There's a picture I saw recently, of a man slumped on a park bench with his head split open. On one foot you can see his shoe and the neatly tied shoe laces. I'll bet when he tied them earlier that day the last thing he thought of was that a man tens of thousands of miles and a world away would be staring at them through a computer screen. That he himself would be dead, oblivious to the problems that were troubling him only the night before. Death is so final, so unsettling.
Then there are the pictures of emaciated bodies, many bearing the marks of torture. The men are strangers. They mean nothing to me. As I stare into the eyes of one of them I feel a strange disquiet. What would I look like if that had befallen me? A week's worth of stubble, my colourless lips slightly parted to show teeth, my hands bound together. I wouldn't feel anything of course, but then it occurs to me that those we leave behind do feel something. They feel a lot. I once heard a story about a wise king who told his followers that when he was to be buried that he must lie in state with his hands outstretched and palms upwards. It was to show the world that he was leaving it with nothing, exactly the way he entered it. I've never heard of such a king, but I listened politely because clearly the person telling me the story was far less concerned with the historical accuracy than with instilling in me the understanding that it's not the money we make, the station we reach or the things that we acquire in this little journey, it's just our actions that matter. And our actions determine the effect we leave behind on people, on those who might mourn us. All that decoration and fuzz that different religions demand, the rituals and solemn prayer, they are for the living, not the dead. The dead don't care about this world anymore. They are somewhere else, or nowhere.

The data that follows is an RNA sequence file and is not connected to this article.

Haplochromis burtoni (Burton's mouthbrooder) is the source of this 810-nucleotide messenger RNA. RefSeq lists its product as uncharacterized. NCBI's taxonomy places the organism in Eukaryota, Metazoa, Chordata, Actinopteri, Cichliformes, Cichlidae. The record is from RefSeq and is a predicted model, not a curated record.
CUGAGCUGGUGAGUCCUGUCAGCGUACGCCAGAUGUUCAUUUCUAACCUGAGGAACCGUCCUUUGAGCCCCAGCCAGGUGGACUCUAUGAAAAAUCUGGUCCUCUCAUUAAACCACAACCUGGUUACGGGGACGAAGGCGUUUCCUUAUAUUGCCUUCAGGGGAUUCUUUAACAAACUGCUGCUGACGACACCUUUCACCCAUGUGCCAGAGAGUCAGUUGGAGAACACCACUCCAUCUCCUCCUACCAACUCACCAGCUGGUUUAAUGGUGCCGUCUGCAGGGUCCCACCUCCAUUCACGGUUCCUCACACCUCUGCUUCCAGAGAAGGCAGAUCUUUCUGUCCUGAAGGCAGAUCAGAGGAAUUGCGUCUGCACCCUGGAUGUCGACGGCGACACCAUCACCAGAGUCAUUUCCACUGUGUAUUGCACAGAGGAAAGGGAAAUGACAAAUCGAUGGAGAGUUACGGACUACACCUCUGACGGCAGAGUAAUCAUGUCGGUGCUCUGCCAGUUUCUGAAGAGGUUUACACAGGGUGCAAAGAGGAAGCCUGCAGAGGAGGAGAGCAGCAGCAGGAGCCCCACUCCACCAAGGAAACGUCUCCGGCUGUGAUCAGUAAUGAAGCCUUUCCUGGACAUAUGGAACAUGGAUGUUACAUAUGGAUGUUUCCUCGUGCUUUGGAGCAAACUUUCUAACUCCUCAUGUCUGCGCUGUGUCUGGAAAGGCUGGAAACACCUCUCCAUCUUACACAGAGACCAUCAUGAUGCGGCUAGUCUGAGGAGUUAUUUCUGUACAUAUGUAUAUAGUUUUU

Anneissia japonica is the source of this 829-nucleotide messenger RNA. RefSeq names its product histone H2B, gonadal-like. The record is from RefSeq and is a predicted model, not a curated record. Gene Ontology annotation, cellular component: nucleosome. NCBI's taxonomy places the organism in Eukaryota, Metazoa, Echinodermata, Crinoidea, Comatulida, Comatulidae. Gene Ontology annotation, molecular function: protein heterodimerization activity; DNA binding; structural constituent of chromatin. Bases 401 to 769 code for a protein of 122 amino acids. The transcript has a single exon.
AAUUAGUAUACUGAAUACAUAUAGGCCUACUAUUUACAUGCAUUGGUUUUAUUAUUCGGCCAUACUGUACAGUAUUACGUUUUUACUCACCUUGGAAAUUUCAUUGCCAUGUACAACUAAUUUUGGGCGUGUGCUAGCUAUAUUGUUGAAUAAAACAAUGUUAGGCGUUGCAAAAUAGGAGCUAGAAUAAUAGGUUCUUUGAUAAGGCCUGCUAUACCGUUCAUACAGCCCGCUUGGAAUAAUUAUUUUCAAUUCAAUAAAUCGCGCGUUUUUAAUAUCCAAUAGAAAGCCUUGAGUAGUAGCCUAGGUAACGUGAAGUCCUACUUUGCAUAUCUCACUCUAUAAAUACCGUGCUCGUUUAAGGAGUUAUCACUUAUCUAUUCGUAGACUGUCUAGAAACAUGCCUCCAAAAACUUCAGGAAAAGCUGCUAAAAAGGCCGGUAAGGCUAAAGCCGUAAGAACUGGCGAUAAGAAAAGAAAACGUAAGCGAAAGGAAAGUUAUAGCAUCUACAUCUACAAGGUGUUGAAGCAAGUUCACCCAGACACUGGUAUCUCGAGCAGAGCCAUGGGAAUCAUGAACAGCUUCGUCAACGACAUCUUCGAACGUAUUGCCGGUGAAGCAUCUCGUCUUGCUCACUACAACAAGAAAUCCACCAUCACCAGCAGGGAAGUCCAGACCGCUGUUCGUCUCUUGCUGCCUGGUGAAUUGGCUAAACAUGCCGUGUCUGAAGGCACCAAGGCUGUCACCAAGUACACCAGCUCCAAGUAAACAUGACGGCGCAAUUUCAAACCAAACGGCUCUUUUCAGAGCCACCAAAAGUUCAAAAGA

No, the ritual is there to help those of us left behind. So I stare now at the dead man on my screen and I think that somewhere there was a mother who carried him for nine months, who breastfed him and laughed as he took his first steps. Somewhere there were people who cared for this man, a woman who might have caressed his hair, children maybe that might have laughed as he carried them high. He might have been miserable enough to have never experienced any of these things, and in that case maybe death was a blessing for him, but let's say this dead man, let's call him Zeyd, had a blessed and happy life. He didn't know that somewhere in the world somebody was building the barrel bomb that would split his skull open and throw him on a park bench like a ragged drunkard who has just collapsed in a heap. We can say he had an infinite number of choices to make, whether to walk down that street or not, whether he could have decided to stay in whatever wretched hovel of a home he lives in and not come out that day, but after it happened, after that one singular event, nothing could have changed and it could never have been other than the way it happened. What a pity, what a terrible waste, what a sad sad day to live and see this being done to human beings.